A distinctive Japanese taste is an ‘umami’ savouriness which often occurs in fermented foods. The bonito fish is fermented into ‘katsuobushi’ which, combined with umami-rich seaweed or konbu, creates dashi - the base stock in Japanese cooking. Fermented soy beans are another staple ingredient in the form of red miso, white miso and soy sauce which are all key ingredients in dressings, soups and dipping sauces.
A distinctive Japanese taste is an 'umami' savouriness which often occurs in fermented food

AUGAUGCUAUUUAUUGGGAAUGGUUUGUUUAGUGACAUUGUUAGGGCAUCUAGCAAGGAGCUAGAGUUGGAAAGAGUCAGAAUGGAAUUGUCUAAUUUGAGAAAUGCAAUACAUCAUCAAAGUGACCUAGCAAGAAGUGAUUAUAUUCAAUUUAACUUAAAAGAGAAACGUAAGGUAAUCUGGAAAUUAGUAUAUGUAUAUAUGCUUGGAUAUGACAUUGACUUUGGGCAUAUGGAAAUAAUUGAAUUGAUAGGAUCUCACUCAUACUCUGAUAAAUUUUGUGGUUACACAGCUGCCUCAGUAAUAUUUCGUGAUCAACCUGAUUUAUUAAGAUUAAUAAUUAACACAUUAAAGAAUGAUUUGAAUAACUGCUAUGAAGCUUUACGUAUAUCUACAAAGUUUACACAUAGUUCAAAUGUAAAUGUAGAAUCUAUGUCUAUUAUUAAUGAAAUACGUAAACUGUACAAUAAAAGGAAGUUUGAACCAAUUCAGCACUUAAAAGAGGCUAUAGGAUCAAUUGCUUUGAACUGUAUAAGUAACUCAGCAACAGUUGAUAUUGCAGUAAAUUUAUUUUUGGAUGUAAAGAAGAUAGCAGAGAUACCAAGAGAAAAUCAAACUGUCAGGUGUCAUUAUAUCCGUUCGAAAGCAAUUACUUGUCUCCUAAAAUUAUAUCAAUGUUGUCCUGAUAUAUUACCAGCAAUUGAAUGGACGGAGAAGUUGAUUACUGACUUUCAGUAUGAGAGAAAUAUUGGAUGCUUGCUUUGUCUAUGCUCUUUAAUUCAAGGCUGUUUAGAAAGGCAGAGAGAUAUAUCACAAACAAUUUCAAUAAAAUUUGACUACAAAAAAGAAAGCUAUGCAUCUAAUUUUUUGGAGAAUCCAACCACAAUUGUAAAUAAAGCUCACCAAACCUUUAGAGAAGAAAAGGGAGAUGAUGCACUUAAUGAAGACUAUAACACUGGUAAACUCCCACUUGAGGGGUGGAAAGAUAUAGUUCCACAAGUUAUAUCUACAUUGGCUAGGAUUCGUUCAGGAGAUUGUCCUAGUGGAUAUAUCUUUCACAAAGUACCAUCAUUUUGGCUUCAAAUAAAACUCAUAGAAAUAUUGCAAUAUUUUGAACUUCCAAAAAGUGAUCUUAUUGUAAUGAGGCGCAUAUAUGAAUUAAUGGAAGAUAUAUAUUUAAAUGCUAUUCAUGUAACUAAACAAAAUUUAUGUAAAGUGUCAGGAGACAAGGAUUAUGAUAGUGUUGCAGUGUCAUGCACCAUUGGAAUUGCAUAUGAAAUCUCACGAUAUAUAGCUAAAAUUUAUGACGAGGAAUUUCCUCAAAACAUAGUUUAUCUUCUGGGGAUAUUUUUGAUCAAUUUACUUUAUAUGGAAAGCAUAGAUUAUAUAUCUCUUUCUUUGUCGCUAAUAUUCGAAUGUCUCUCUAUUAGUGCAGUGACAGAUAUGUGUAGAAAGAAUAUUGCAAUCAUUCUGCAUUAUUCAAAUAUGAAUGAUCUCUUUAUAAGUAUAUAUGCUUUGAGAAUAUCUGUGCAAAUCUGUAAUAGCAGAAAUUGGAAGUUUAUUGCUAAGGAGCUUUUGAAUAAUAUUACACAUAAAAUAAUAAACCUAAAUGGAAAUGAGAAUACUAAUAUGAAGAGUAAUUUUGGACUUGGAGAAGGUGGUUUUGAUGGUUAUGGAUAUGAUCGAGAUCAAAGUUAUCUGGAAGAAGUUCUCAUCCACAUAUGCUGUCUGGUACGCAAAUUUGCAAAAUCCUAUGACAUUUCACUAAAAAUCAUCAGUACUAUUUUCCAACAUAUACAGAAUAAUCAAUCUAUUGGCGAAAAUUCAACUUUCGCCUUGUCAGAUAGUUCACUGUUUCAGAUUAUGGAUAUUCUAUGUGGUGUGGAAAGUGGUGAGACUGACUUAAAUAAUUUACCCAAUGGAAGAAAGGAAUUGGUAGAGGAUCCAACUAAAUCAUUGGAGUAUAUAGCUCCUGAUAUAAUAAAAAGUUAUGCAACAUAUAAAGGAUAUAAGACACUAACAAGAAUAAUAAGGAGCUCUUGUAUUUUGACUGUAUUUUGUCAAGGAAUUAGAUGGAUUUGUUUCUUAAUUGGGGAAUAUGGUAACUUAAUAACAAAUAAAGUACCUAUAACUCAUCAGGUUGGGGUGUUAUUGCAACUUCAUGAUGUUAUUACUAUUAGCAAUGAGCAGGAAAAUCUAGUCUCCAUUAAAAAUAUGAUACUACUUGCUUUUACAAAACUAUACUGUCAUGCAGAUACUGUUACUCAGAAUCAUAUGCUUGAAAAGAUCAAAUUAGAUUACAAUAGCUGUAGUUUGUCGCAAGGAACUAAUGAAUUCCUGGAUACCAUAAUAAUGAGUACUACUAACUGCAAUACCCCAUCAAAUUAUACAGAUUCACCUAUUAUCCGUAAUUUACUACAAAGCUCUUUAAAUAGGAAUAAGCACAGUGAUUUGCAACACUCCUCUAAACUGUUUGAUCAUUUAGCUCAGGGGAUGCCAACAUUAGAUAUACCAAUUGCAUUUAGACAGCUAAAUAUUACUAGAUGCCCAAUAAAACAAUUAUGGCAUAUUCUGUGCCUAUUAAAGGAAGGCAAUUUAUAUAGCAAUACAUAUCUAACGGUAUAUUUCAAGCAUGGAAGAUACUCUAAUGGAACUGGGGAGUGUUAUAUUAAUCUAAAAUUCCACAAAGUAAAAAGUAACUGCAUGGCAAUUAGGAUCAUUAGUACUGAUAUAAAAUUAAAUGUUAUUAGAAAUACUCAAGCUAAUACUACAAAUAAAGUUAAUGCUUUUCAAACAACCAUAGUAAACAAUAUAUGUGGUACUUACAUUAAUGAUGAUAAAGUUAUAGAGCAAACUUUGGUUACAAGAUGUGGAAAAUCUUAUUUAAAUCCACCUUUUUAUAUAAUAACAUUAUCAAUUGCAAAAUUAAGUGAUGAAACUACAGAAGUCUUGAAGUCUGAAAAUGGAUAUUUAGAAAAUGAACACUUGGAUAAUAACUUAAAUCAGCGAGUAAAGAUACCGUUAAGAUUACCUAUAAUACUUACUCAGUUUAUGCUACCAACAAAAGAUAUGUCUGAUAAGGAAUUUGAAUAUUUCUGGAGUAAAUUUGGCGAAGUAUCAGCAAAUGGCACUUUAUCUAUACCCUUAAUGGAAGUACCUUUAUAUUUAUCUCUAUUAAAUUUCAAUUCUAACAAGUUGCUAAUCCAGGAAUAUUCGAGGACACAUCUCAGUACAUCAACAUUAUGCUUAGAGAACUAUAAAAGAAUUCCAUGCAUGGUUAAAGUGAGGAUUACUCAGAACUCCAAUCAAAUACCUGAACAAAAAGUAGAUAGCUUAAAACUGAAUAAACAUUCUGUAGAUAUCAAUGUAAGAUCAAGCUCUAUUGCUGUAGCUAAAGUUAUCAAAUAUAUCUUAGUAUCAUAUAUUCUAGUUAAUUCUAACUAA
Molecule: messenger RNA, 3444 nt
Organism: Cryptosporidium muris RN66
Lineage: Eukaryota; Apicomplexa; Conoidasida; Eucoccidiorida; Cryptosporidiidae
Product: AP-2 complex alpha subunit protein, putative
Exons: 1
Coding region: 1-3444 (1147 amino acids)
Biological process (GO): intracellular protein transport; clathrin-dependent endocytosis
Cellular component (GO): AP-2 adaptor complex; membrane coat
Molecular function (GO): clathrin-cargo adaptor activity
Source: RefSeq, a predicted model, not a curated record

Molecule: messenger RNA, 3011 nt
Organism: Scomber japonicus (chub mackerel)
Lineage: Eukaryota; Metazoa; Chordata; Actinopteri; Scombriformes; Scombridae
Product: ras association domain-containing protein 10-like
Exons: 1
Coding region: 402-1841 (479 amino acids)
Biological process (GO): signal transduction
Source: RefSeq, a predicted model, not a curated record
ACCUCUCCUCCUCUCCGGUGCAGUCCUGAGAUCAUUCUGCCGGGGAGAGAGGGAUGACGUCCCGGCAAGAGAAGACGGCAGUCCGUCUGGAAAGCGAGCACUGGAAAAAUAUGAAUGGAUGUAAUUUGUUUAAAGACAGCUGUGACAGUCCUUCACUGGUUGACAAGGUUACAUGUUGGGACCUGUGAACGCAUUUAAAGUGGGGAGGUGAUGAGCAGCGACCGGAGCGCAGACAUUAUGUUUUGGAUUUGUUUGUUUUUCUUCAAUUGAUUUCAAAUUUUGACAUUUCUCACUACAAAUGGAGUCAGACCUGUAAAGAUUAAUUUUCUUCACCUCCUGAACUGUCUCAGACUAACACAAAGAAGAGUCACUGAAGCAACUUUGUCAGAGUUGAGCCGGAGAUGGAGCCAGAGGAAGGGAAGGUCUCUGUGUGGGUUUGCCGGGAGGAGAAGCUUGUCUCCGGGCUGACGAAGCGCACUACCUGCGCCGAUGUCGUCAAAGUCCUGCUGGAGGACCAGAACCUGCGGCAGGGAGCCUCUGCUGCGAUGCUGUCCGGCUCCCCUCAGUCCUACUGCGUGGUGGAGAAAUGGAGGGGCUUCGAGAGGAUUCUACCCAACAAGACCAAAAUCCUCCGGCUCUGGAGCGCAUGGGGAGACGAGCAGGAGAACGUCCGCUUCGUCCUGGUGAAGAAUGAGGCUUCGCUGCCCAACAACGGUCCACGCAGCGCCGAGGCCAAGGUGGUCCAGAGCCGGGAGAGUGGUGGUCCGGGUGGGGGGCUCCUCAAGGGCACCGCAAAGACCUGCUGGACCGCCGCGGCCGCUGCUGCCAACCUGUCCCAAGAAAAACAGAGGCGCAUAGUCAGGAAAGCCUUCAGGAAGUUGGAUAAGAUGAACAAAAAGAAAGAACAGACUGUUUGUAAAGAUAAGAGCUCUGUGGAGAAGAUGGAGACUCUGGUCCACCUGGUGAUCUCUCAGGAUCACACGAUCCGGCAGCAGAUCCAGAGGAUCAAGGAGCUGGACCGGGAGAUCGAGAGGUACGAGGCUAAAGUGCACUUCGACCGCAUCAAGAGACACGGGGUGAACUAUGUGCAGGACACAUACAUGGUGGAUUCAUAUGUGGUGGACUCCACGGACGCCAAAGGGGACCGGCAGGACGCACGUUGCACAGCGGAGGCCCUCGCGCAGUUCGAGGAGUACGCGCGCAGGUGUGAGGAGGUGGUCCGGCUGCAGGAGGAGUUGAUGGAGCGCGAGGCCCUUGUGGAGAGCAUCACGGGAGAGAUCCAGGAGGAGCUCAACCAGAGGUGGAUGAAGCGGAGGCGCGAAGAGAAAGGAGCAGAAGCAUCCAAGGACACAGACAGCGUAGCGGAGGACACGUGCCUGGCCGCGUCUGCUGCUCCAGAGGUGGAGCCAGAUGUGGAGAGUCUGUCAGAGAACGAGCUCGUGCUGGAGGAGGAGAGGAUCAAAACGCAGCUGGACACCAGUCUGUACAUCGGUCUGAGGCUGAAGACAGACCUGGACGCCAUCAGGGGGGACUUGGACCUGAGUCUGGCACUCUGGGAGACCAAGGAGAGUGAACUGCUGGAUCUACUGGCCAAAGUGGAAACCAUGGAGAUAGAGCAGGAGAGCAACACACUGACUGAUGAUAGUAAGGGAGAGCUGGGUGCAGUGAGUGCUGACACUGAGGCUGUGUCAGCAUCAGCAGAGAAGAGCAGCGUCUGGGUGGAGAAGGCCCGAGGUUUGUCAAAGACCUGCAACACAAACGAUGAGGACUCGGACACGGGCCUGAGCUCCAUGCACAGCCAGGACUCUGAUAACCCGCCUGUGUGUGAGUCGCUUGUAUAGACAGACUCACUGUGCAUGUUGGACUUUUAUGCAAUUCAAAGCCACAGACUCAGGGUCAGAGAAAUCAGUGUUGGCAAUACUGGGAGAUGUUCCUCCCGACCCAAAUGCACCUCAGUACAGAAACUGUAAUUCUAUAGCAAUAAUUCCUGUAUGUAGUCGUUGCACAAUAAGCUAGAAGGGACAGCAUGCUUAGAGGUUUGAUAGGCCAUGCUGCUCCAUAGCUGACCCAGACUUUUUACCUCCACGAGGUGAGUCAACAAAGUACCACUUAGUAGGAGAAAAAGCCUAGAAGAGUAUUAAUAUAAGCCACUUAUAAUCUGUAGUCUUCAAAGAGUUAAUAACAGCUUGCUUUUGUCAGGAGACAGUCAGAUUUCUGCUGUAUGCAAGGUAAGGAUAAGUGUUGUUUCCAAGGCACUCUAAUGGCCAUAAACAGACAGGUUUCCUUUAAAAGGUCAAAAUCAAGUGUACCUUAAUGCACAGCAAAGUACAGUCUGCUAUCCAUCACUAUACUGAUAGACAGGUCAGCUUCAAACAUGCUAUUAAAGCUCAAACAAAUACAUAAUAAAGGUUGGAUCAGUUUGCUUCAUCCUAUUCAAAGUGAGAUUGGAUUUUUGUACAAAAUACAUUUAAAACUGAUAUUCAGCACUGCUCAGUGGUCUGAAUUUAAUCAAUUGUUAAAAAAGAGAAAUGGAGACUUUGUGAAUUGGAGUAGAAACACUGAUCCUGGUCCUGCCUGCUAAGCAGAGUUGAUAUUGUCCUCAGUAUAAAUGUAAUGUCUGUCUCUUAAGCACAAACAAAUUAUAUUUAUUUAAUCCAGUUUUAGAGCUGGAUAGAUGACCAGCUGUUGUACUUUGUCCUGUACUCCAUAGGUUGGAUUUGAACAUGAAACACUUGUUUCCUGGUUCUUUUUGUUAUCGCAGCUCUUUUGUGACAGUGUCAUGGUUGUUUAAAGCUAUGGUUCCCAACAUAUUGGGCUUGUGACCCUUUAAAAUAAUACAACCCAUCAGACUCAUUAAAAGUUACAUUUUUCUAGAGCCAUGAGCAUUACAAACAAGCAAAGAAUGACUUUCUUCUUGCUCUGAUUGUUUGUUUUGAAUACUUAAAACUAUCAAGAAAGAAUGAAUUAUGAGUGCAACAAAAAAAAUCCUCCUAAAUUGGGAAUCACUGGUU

Due to its Buddhist heritage, Japan has a strong history of vegetarianism – with the exception of fish, which is often eaten raw as sushi or sashimi. In the late 1800s Japan’s diet began to change, introducing meat and incorporating cooking techniques from overseas. Now dishes like Tonkatsu -based on a Viennese schnitzel, and tempura -which uses the European method of battering and deep-frying are part of Japan’s mainstream cuisine.
Hashi: A Japanese Cookery Course is a brilliant place to start, and the most comprehensive guide to Japanese food published in the English language is Tsuji’s Japanese Cooking: A Simple Art.